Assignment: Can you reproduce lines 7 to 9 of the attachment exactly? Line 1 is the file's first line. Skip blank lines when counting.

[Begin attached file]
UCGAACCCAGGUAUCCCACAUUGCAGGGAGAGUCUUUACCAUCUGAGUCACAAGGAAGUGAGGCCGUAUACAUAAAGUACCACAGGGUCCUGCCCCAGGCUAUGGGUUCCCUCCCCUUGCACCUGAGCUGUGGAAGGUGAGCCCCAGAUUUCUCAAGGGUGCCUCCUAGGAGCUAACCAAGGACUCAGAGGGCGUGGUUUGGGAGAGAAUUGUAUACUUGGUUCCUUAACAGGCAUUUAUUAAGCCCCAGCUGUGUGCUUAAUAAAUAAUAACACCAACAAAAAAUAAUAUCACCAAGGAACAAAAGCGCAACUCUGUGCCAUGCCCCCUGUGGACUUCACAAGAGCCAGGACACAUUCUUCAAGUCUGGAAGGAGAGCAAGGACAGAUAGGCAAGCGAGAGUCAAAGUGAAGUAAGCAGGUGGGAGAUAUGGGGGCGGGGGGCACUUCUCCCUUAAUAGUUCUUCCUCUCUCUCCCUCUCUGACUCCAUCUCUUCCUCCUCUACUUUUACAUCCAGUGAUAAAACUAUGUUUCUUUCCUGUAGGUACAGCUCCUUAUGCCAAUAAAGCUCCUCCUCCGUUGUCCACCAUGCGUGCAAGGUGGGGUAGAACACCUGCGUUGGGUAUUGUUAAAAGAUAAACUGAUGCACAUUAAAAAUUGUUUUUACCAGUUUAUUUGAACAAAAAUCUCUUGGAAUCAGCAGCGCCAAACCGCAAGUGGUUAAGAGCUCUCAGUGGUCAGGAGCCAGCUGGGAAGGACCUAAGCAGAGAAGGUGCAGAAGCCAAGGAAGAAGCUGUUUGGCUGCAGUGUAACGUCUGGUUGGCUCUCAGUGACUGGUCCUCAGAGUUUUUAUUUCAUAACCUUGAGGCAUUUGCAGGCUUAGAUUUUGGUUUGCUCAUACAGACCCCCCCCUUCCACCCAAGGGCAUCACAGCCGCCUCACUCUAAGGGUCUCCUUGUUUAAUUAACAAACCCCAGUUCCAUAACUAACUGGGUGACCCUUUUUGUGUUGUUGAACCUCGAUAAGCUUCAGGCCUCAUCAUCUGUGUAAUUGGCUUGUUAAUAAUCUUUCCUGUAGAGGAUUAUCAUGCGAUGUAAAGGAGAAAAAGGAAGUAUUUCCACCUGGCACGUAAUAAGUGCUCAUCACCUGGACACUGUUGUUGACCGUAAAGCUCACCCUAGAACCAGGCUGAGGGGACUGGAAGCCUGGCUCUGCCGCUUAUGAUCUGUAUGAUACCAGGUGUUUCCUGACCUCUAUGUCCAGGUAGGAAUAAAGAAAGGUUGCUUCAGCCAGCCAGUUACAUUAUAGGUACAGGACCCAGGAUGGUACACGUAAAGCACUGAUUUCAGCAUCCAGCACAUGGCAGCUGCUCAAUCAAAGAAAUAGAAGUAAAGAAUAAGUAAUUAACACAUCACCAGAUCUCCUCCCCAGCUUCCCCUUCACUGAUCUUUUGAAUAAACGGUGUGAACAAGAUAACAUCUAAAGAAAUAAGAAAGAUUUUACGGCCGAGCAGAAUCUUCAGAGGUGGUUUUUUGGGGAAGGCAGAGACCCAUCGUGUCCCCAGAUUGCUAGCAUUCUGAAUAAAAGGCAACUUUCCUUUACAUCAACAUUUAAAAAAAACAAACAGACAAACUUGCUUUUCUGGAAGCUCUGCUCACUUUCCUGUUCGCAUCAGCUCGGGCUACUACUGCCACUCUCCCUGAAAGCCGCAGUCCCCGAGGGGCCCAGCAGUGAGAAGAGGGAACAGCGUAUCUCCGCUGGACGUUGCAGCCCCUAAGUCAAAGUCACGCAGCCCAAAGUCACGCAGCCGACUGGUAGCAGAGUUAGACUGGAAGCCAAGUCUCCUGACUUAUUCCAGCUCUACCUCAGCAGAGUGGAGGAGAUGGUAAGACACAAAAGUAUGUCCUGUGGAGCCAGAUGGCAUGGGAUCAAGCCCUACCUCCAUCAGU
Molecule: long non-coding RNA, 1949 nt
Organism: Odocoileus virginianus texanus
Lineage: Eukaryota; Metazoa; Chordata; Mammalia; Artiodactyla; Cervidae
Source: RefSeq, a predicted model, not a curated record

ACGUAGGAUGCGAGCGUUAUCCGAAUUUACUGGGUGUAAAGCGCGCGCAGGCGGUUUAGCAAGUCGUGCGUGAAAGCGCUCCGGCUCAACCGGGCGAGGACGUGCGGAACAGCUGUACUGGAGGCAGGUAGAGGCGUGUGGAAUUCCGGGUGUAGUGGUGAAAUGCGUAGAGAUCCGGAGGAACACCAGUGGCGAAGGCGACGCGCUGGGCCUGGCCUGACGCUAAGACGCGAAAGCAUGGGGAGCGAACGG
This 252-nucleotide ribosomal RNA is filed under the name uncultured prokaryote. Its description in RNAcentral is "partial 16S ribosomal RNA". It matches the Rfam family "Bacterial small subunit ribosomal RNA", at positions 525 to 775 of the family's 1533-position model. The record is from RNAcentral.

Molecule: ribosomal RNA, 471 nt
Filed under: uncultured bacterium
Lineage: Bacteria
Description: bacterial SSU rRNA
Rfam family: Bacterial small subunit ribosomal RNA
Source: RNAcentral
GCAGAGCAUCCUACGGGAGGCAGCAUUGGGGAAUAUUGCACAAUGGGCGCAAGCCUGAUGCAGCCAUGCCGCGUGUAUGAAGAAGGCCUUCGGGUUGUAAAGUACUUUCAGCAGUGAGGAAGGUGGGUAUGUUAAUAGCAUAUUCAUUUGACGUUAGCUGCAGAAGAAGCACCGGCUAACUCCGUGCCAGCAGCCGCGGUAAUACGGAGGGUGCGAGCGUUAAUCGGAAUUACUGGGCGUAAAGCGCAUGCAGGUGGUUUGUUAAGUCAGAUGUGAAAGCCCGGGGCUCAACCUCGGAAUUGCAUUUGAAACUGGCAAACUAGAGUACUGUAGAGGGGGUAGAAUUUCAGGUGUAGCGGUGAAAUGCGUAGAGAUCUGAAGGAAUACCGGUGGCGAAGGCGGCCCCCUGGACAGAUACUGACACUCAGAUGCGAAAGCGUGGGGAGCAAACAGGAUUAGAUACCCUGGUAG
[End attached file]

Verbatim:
This 252-nucleotide ribosomal RNA is filed under the name uncultured prokaryote. Its description in RNAcentral is "partial 16S ribosomal RNA". It matches the Rfam family "Bacterial small subunit ribosomal RNA", at positions 525 to 775 of the family's 1533-position model. The record is from RNAcentral.

Molecule: ribosomal RNA, 471 nt
Filed under: uncultured bacterium